Since then, Arzon has run more than 20 marathons, including five in five days in 2010, three 50-mile ultramarathons and one hundred-miler. Along the way, she picked up more than 200,000 Instagram followers, an Adidas sponsorship and, most importantly, the confidence to finally, after years of reluctance and denial, call herself an athlete.

Peloton

Arzon describes her first 10K race as "awful," but says, "But when I crossed the finish line, I vowed that it would never be that hard again."

"Even after a few marathons, I was still reticent to even call myself a runner," Arzon says. "I was training with folks who were better runners than I was. I was admiring Olympians and then getting in contact with them, and these people were the best in the world. When you surround yourself with that kind of greatness, you're hesitant to say, 'Oh, maybe I'm a version of that, too.' And finally, I realized that was bulls---. Once I started to own my voice, that was when the game changed for me. That was when more opportunities came professionally."

After law school, Arzon was a corporate litigator for seven years at a law firm in New York, working long hours and fitting in runs when she could. But she had fallen in love with athletics and found herself yearning for more, and wondering if it was possible to monetize her fitness obsession. She began taking classes on the side, collecting certifications as an RRCA running coach, NASM personal trainer and Schwinn spin instructor.

"I had to decide if I wanted in or out," Arzon says. "Did I want to own the ambitious track of becoming a partner at the law firm or did I want to own the equally ambitious track of creating my own career in fitness? I chose the latter."

Now, Arzon leads what she refers to as "a team of superheroes" at Peloton. Each of the company's cycling, running and yoga instructors is expected to not only lead killer workouts but essentially host the television show that is each class. "There is something really special about providing entertainment and credible fitness authority at the same time, and that is the secret sauce of Peloton," Arzon says.

Arzon teaches Peloton classes five days a week in addition to her own workouts. Thursdays are for speed work, Saturdays are for long runs -- 10-15 miles year-round, and longer when there is a marathon on her calendar (her next one is this fall) -- and she works in strength training three days per week. If anything, Arzon's training has increased since her Type 1-diabetes diagnosis five years ago and she says now, at 37, she is in the best shape of her life.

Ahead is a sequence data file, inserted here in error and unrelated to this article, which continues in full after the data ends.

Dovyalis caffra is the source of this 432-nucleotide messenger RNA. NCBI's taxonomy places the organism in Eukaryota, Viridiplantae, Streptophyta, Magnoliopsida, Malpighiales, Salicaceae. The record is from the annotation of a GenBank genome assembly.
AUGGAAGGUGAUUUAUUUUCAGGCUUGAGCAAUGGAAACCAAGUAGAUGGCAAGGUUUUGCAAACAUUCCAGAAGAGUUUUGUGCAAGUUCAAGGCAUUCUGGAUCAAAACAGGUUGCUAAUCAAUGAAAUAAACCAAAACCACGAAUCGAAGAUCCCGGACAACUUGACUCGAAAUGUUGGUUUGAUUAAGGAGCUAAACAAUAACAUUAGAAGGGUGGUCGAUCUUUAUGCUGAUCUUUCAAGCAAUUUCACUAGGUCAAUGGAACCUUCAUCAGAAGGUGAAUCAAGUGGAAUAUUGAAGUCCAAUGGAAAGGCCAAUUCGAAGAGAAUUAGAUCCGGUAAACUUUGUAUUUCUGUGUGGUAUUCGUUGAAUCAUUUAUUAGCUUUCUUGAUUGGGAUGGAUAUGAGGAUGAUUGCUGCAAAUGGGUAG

And she wants you to be, too. Through Peloton, Arzon says, everyone from former pros who want to continue working out to average people getting off the couch for the first time all instantly have a million teammates in their corner. "We just want to continue to create more ways to welcome people to the fitness experience."

On a balmy spring afternoon, Arzon is doing just that, welcoming Samantha Sullivan-Toscani from San Antonio, Texas, to the Peloton Tread studio on Christopher Street in Manhattan's West Village. Sullivan-Toscani, wearing one of Arzon's trademark "Sweat with Swagger" tank tops, has come to New York with her husband Peter, a retired Air Force major, to celebrate her 36th birthday. All she wanted as a gift was to take two of Arzon's classes -- one on the bike and one on the treadmill -- in person.

"Robin is the only person I've done any kind of workout or training with who has kept me motivated and kept me accountable for everything," she says. "I love her positivity and her motivation. I honestly just think she is wonderful."

Sullivan-Toscani gets what she came for in Arzon's Tread class. "What's the point of doing this if we're not going to be challenged together?" Arzon hollers. "Give me that speed back! What's 10 more seconds to a queen?"